And the protests continue. Fiji coup leader George Speight called for indigenous people throughout the South Pacific to unite to disrupt the Sydney Games. But it wasn’t clear if he had their support and prospects for such a protest seem remote. The Australian government has banned Speight from visiting Sydney to coordinate any protest.
Ooops! It seems that several African countries neglected to book flights to the Sydney Olympics and Australian and international officials are intervening to make sure the athletes get to the Games. International Olympic Committee executive Jacques Rogge said about six African nations had failed to make flight reservations.
Drop your weapons! The Australian government wants all nations, including the United States, Israel and China, to refrain from bringing their weapons to the Sydney Olympics to protect their athletes. Reports say Israel and the United States had applied for exemptions from Australia’s tough firearm laws. According to media reports Israeli officials were working with Australian authorities to allow security agents who usually protect high-ranking delegates to use their own weapons to protect athletes. And other countries including China, Turkey, Japan, the United States, Iran and Iraq have expressed their concerns about Australia’s stance on the carriage of firearms.
Maybe they should hang on to their weapons a little longer. The Daily Telegraph reports that five people linked to terrorist groups in the Middle East, Europe and Asia have been deported from Australia in a nation wide security sweep of the Sydney Olympics. The newspaper says “counter terrorism sources say the past year has seen a sharp rise in the number of people with suspected terrorist links found in Australia and they feat it could threaten the Sydney Olympics”.
A new two-man Games Time Commission comprising Olympics minister Michael Knight and Australian Olympic Committee president John Coates, which takes control August 1, will assume ultimate command of all facets of the 2000 Olympics. The new commission has rendered the existing organizing committee virtually powerless. Knight, who is president of the Sydney organizing committee, said that he has also elevated other New South Wales state government staffers in the chain of command. Four members of Knight’s ministerial office would be seconded to “key line jobs” in areas including transport, media and marketing. The acronyms representing previous powerbroker agencies, SOCOG, OCA, ORTA, will be merged with the Sports Commission, which is responsible for competition, under the Games Coordination Group (GCOG).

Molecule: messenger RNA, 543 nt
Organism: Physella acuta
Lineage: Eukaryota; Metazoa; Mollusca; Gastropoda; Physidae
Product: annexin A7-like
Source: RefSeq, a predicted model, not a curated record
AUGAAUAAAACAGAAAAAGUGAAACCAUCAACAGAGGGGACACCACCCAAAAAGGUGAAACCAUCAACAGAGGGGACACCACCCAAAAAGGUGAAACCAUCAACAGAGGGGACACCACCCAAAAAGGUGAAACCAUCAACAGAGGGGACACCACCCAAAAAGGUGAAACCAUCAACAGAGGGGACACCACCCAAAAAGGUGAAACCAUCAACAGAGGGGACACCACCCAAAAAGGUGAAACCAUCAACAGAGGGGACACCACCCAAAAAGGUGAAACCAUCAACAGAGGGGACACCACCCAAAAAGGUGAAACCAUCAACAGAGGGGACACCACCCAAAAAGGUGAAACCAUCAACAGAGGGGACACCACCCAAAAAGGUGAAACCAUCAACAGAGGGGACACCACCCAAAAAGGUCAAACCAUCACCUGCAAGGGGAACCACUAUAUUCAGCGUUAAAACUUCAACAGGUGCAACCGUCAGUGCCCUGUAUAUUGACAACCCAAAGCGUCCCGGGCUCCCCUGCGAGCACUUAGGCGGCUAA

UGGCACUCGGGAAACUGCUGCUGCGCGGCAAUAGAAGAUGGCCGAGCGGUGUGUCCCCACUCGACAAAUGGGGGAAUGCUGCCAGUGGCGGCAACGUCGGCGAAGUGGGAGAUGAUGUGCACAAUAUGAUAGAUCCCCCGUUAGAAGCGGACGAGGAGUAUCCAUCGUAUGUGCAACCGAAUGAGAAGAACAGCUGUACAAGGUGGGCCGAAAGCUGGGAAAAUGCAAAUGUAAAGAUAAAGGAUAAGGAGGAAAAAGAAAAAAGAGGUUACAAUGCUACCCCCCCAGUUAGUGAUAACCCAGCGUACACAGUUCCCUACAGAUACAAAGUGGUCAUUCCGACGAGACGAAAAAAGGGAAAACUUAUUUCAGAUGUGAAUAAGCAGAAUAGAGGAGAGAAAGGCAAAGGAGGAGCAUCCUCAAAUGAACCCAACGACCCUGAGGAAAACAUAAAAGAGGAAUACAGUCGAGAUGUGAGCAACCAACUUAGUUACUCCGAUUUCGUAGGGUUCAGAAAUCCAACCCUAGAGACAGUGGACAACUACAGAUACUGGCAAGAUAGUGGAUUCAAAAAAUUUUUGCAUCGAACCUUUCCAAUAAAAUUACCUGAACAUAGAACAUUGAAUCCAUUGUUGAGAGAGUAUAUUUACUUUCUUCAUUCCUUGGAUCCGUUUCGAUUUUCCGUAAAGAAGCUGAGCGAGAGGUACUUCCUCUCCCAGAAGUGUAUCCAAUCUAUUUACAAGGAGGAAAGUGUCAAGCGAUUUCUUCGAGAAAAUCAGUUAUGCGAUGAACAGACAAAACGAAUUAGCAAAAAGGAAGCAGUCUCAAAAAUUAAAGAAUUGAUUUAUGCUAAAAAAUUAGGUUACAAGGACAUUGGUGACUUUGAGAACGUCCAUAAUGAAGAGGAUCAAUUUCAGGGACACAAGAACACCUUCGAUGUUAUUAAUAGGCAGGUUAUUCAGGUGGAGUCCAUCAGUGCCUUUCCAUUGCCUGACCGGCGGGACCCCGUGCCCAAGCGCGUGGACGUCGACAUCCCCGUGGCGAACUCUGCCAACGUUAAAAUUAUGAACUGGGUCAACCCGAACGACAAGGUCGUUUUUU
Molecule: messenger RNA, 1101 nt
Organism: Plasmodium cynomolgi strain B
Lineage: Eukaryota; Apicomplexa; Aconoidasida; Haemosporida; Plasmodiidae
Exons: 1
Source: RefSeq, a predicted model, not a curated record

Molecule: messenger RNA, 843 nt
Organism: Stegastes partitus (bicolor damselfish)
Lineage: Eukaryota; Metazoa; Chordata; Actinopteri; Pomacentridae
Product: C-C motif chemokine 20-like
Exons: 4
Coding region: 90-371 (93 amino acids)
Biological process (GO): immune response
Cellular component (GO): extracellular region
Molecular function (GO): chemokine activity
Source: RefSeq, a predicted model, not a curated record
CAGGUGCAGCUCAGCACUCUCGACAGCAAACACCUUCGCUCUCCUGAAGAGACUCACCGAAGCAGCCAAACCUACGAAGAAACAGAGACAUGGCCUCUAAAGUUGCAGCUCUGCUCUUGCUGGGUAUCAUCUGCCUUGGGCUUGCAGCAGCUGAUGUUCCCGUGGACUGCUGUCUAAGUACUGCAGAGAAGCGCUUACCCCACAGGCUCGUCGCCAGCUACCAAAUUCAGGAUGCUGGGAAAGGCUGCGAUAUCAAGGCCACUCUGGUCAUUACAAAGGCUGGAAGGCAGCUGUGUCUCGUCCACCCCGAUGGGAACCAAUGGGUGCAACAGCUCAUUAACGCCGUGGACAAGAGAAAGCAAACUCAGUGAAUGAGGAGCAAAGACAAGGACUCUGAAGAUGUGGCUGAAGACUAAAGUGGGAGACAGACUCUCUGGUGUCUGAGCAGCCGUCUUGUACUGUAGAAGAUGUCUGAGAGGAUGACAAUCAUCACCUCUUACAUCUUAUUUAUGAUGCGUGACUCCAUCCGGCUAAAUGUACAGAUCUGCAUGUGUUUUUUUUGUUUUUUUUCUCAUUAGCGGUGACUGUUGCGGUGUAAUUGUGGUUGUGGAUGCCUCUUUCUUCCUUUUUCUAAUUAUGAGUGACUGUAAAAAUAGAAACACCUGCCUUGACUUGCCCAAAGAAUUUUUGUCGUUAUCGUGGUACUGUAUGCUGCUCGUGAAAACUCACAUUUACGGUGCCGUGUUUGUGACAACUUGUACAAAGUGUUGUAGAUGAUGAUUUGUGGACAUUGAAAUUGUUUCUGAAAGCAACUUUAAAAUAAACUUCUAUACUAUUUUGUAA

And finally, Australia’s top Olympic official and International Olympic Committee vice president Kevan Gosper said if he has the support, he would stand to replace retiring IOC president Juan Antonio Samaranch. Gosper said he was confident in his ability to do the job despite an Olympic torch relay controversy in May. Gosper is also a member of the organizing committee for the Sydney Games. He said two other IOC officials, Canadian Dick Pound, and Belgian Jacques Rogge, would also be excellent contenders for the presidency when Samaranch steps down in 2001.